According to global master barista Franz Xaver Zauner, there more than 100 ways that a cup of coffee can be spoiled in its preparation, and his role is to prevent each of those mistakes from happening. If you are wondering how United plans to combat those mistakes in the air, its flight attendants underwent similar training procedures to deliver the perfect Illy cup. The same type of training is important at Cathay Pacific, which serves Illy espresso and cappuccino in the air; it is also launching the first airport lounge Chinese teahouse concept at its Hong Kong hub.
Lufthansa is taking a page out of many hotel playbooks and has set up Nespresso stations at its gates in Frankfurt and Munich so that passengers can purchase premium coffee while they wait.
And if you think you’ve seen it all . . .
Sure, toque-wearing chefs roam the aisles of Austrian and Turkish Airlines among others, but airlines are still discovering ways to impress their customers. KLM serves draft beer from a specially designed cart with the proper pressure pumps to get the carbonation just right. The Dutch Heineken recipe uses the same ingredients as what you might find in a bar or grocery store and is said to taste just as refreshing above the clouds. It is available in business class on select intercontinental flights.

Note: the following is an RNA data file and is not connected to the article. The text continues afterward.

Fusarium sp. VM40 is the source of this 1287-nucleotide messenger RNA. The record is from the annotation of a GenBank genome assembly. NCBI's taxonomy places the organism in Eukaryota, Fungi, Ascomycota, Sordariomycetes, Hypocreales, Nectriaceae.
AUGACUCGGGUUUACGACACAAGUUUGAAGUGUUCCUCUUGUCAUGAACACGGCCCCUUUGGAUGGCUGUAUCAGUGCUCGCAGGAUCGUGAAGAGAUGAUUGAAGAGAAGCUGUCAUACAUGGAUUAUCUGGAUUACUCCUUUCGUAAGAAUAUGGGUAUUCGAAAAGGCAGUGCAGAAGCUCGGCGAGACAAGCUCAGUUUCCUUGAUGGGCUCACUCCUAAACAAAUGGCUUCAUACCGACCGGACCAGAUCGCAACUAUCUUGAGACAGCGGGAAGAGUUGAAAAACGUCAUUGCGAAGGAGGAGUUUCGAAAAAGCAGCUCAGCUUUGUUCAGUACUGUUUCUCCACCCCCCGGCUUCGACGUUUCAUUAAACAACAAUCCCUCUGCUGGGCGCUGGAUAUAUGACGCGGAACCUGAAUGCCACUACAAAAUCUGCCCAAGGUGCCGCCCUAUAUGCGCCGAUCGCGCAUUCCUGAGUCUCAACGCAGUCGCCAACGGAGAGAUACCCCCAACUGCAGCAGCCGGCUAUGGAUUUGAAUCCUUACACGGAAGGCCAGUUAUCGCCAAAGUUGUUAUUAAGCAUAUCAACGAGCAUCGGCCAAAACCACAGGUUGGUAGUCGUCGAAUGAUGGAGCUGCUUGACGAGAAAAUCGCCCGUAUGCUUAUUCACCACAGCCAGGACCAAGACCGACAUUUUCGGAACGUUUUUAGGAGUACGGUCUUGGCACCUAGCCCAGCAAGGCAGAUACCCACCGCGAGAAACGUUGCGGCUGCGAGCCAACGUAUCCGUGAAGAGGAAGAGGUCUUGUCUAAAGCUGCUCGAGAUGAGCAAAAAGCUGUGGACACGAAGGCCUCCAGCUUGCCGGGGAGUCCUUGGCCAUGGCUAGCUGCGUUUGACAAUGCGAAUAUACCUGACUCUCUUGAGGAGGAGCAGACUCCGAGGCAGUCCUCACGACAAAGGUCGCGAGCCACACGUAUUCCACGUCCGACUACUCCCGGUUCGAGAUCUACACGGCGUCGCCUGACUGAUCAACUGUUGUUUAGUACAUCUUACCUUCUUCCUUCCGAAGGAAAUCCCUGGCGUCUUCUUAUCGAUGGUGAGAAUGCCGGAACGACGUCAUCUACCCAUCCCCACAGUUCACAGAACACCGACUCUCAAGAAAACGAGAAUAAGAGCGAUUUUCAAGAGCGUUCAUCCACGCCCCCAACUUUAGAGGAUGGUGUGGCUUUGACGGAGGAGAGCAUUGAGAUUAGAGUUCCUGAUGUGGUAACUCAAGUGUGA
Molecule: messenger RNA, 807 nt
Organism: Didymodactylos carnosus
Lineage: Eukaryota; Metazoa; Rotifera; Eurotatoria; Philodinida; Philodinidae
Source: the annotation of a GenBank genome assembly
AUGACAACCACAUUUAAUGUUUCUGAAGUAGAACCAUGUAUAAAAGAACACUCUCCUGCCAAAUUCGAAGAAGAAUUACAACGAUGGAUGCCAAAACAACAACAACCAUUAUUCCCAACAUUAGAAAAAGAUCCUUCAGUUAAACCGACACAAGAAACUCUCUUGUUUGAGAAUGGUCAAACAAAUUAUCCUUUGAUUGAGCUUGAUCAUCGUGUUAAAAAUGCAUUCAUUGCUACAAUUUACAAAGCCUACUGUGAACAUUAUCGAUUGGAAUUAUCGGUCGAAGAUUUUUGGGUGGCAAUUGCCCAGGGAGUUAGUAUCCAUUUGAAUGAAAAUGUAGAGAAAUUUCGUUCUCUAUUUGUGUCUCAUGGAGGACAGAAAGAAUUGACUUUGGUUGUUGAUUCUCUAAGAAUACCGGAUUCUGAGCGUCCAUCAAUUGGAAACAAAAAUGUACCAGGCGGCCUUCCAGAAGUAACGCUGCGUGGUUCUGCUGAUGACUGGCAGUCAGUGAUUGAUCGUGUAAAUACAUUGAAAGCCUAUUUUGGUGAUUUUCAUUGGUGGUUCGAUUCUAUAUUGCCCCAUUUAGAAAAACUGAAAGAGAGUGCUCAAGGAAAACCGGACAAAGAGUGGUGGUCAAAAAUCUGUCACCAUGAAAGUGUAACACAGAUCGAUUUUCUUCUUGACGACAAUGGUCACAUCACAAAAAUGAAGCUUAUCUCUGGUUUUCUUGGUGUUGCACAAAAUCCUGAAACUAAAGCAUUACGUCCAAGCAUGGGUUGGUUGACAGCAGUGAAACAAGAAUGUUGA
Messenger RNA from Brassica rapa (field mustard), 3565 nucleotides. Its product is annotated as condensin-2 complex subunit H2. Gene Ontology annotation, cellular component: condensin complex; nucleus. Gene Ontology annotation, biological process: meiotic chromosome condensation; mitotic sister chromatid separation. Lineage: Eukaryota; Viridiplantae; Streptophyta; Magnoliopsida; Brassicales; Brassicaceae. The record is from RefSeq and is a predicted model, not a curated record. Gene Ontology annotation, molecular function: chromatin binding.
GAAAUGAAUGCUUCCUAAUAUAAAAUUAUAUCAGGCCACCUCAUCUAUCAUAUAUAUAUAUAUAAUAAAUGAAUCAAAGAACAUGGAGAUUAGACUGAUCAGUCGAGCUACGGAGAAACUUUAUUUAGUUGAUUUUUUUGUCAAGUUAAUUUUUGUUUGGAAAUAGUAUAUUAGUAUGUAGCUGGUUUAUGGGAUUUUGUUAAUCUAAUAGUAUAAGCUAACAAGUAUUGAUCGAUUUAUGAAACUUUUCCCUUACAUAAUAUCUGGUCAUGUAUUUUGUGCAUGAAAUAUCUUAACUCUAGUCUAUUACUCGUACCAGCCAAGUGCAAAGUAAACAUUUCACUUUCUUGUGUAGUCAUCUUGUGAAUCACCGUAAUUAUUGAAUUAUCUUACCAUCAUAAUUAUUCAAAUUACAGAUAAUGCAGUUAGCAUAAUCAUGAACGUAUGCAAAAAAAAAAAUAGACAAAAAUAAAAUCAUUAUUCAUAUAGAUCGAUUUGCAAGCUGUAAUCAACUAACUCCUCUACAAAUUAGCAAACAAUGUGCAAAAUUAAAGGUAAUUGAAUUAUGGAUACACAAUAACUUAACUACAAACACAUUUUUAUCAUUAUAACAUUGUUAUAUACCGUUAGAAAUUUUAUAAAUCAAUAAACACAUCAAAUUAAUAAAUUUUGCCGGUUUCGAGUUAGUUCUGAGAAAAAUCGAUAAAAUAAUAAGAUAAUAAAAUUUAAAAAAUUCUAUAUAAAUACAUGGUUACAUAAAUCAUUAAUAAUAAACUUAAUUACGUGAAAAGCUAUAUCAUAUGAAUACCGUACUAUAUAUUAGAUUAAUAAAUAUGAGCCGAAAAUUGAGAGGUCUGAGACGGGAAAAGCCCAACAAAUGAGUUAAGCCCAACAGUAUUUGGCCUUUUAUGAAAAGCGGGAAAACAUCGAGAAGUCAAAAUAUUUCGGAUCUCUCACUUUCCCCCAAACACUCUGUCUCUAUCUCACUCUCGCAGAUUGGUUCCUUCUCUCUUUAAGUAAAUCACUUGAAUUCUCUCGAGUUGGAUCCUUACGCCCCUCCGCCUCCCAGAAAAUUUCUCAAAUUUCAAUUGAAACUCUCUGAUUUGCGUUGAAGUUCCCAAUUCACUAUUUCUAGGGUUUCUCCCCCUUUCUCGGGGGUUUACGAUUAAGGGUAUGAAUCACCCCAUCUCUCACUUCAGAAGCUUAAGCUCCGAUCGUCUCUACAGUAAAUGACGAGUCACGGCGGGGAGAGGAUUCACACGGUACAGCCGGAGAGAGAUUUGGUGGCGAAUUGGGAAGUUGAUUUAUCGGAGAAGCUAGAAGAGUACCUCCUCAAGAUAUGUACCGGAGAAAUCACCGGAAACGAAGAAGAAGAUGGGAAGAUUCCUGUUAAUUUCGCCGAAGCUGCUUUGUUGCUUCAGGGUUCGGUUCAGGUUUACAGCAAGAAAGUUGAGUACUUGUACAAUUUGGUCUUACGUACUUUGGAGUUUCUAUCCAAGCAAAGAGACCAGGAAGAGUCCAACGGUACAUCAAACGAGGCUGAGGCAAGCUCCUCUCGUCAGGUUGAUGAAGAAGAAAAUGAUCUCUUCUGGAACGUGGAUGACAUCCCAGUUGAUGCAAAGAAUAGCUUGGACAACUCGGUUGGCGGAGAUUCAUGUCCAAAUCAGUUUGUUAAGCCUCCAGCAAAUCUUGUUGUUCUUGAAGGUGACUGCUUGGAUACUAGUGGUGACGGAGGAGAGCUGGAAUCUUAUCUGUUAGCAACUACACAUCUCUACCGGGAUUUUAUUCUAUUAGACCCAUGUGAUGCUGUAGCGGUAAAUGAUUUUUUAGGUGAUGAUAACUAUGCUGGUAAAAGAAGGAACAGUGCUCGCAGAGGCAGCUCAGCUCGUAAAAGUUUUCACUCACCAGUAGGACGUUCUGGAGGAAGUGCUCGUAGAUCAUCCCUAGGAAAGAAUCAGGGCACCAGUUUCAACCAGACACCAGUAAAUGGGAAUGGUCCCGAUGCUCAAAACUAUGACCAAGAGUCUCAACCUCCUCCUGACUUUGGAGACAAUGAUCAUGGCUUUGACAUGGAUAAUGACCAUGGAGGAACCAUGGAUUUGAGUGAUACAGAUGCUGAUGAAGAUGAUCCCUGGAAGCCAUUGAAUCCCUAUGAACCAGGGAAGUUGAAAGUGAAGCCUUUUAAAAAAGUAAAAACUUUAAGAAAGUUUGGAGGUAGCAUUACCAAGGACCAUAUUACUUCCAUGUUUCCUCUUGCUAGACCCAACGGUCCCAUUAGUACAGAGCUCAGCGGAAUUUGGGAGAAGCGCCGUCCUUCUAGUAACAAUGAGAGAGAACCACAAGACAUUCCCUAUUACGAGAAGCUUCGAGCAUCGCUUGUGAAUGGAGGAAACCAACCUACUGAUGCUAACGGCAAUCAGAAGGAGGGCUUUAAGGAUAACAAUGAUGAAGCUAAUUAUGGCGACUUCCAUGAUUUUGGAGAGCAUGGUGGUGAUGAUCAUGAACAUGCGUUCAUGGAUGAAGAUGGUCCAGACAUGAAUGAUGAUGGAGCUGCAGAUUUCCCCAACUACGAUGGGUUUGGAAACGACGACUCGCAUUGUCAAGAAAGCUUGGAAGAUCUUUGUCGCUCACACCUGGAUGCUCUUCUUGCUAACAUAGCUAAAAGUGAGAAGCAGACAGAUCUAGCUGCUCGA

South of the equator, Brazilian carrier Azul is partnering with a Sao Paulo–based food truck provider for its new onboard menu. The airline serves meals from the popular Buzina Food Truck to all passengers on its flights to the United States and Portugal, with dishes including artisan cheeseburgers and grilled macaroni and cheese.
On American Airlines, passengers in first and business class need not stress that their preferred choice won’t be available—its website allows travelers to preorder meals similar to what Finnair, Singapore Airlines, Thai Airways, and others have long offered. Delta Air Lines is finalizing plans to launch a similar system so that a customer’s first choice is ready and waiting once he or she is inflight.

And forget leaving the lounge to head into the terminal for your favorite specialty coffee drink. Emirates is launching small Costa Coffee outlets in some of its lounges to bring the coffee chain’s barista service and full menu directly to its premium customers.
#travel #traveltips #airlinetravel #airlinefood #travelingcynthia

Friday, March 17, 2017

Happy St. Patrick's Day! Cheers from around the world!

"If you're lucky enough to be Irish, 
you're lucky enough."
Irish saying
Mobile, Alabama
Alps, Germany
Sayulita, Mexico

#happystpatricksday #travel #travelingcynthia #irishquote